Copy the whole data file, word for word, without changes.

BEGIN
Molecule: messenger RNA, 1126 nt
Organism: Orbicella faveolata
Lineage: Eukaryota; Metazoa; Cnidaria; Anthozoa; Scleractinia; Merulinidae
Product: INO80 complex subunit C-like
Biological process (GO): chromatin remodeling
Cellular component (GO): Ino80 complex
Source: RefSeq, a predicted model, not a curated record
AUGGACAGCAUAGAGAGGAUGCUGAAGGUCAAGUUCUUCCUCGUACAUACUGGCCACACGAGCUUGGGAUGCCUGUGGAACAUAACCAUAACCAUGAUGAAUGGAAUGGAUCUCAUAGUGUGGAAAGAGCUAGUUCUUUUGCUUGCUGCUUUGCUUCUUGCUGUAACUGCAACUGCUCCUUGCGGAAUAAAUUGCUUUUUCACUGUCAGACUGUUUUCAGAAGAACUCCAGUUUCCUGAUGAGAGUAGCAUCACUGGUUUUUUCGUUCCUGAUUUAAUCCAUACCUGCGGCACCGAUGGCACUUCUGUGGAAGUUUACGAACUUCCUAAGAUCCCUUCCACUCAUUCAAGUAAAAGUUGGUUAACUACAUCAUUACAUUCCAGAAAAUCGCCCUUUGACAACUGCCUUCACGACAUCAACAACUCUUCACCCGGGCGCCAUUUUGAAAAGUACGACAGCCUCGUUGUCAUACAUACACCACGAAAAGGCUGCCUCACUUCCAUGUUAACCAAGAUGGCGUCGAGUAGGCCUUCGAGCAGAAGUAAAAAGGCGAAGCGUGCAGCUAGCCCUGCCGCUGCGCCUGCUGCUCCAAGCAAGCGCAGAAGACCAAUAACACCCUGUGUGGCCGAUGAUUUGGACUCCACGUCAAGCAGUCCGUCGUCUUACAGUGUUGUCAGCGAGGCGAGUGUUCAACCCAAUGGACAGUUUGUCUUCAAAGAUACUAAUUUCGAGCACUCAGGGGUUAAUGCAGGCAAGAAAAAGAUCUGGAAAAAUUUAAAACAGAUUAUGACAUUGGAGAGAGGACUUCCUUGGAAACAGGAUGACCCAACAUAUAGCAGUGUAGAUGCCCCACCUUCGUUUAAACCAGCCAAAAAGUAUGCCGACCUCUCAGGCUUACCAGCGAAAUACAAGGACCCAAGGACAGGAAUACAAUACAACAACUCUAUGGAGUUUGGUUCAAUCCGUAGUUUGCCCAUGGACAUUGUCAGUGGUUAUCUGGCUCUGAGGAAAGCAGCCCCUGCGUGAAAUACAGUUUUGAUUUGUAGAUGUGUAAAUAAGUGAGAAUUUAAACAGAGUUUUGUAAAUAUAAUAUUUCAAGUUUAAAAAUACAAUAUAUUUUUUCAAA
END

Molecule: messenger RNA, 1126 nt
Organism: Orbicella faveolata
Lineage: Eukaryota; Metazoa; Cnidaria; Anthozoa; Scleractinia; Merulinidae
Product: INO80 complex subunit C-like
Biological process (GO): chromatin remodeling
Cellular component (GO): Ino80 complex
Source: RefSeq, a predicted model, not a curated record
AUGGACAGCAUAGAGAGGAUGCUGAAGGUCAAGUUCUUCCUCGUACAUACUGGCCACACGAGCUUGGGAUGCCUGUGGAACAUAACCAUAACCAUGAUGAAUGGAAUGGAUCUCAUAGUGUGGAAAGAGCUAGUUCUUUUGCUUGCUGCUUUGCUUCUUGCUGUAACUGCAACUGCUCCUUGCGGAAUAAAUUGCUUUUUCACUGUCAGACUGUUUUCAGAAGAACUCCAGUUUCCUGAUGAGAGUAGCAUCACUGGUUUUUUCGUUCCUGAUUUAAUCCAUACCUGCGGCACCGAUGGCACUUCUGUGGAAGUUUACGAACUUCCUAAGAUCCCUUCCACUCAUUCAAGUAAAAGUUGGUUAACUACAUCAUUACAUUCCAGAAAAUCGCCCUUUGACAACUGCCUUCACGACAUCAACAACUCUUCACCCGGGCGCCAUUUUGAAAAGUACGACAGCCUCGUUGUCAUACAUACACCACGAAAAGGCUGCCUCACUUCCAUGUUAACCAAGAUGGCGUCGAGUAGGCCUUCGAGCAGAAGUAAAAAGGCGAAGCGUGCAGCUAGCCCUGCCGCUGCGCCUGCUGCUCCAAGCAAGCGCAGAAGACCAAUAACACCCUGUGUGGCCGAUGAUUUGGACUCCACGUCAAGCAGUCCGUCGUCUUACAGUGUUGUCAGCGAGGCGAGUGUUCAACCCAAUGGACAGUUUGUCUUCAAAGAUACUAAUUUCGAGCACUCAGGGGUUAAUGCAGGCAAGAAAAAGAUCUGGAAAAAUUUAAAACAGAUUAUGACAUUGGAGAGAGGACUUCCUUGGAAACAGGAUGACCCAACAUAUAGCAGUGUAGAUGCCCCACCUUCGUUUAAACCAGCCAAAAAGUAUGCCGACCUCUCAGGCUUACCAGCGAAAUACAAGGACCCAAGGACAGGAAUACAAUACAACAACUCUAUGGAGUUUGGUUCAAUCCGUAGUUUGCCCAUGGACAUUGUCAGUGGUUAUCUGGCUCUGAGGAAAGCAGCCCCUGCGUGAAAUACAGUUUUGAUUUGUAGAUGUGUAAAUAAGUGAGAAUUUAAACAGAGUUUUGUAAAUAUAAUAUUUCAAGUUUAAAAAUACAAUAUAUUUUUUCAAA